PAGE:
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Scatterplots — Harder example

Watch Sal work through a harder Scatterplots problem.

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• Your startup disk is full. If you dont know what this means, you haven't been paying attention to Sal. (Yeah, thats what i'm saying. Its not time to check your facebook.)
• Sal is unintentionally funny.
• What's the second degree term he is talking about at ? And what is the coefficient? :)
• Also, a highest degree term is the term with the highest power. It is NOT always second degree/squared since if there was a x^3, that would be the highest degree term. In this example of parabolas/quadratic, the highest power is the second degree. But it isn't always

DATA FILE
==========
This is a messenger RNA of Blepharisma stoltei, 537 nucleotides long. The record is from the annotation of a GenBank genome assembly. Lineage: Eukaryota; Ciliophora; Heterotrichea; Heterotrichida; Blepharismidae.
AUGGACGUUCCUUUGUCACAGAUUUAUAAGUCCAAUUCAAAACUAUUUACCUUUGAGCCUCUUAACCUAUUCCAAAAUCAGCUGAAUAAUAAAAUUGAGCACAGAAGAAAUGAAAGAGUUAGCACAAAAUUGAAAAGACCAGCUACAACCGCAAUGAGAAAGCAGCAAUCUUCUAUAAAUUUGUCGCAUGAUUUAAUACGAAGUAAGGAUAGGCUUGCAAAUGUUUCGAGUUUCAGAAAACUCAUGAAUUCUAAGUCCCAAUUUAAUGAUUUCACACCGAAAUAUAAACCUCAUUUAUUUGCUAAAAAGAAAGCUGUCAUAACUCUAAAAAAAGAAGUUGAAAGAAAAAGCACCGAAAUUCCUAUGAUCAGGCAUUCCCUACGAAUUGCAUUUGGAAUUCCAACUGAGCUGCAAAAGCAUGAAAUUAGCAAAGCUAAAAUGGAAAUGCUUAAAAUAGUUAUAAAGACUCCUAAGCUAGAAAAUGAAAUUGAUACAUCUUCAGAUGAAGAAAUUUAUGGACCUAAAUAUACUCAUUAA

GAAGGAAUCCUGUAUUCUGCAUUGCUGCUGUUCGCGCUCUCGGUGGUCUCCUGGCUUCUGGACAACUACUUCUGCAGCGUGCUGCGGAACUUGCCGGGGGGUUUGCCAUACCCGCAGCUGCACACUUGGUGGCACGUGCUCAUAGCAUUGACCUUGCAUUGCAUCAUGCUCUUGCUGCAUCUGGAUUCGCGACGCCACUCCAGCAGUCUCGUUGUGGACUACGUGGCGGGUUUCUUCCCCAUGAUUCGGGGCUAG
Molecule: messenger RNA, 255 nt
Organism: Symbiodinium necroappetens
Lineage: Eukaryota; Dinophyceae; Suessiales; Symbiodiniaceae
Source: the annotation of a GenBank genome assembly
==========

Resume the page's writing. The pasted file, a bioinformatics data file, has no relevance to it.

• nice hope yall get a good score on your upcoming SAT's
• Thank you
• What does he mean by "this term goes away and this term goes away" at ?
• The first two terms in the equation have an x in them; more specifically they are being multiplied by an x. When you plug in zero for x, those terms get multiplied by zero. Anything multiplied by zero is zero, so the equation results 0 - 0 + 0.969. The zeroes (those first two terms) can "go away" because adding them does not change the value of 0.969.
• Expression after watching the video:😶
• Hi everyone. I had a question concerning the idea of correlation in scatterplots: so if we refer to a correlation as being 'weak' or 'strong' does it signify the strength of the relationship i.e. how close the points are to the line of best fit - or does it refer to the gradient of the line of best fit (e.g. a small change in one variable causes a relatively large change in the other)? Thanks.
• The 'weak' or 'strong' of a correlation signifies the strength of the relationship, so if a correlation is referred to as strong, it means that all the points are close to or lie on the line of best fit.
Hope this helps!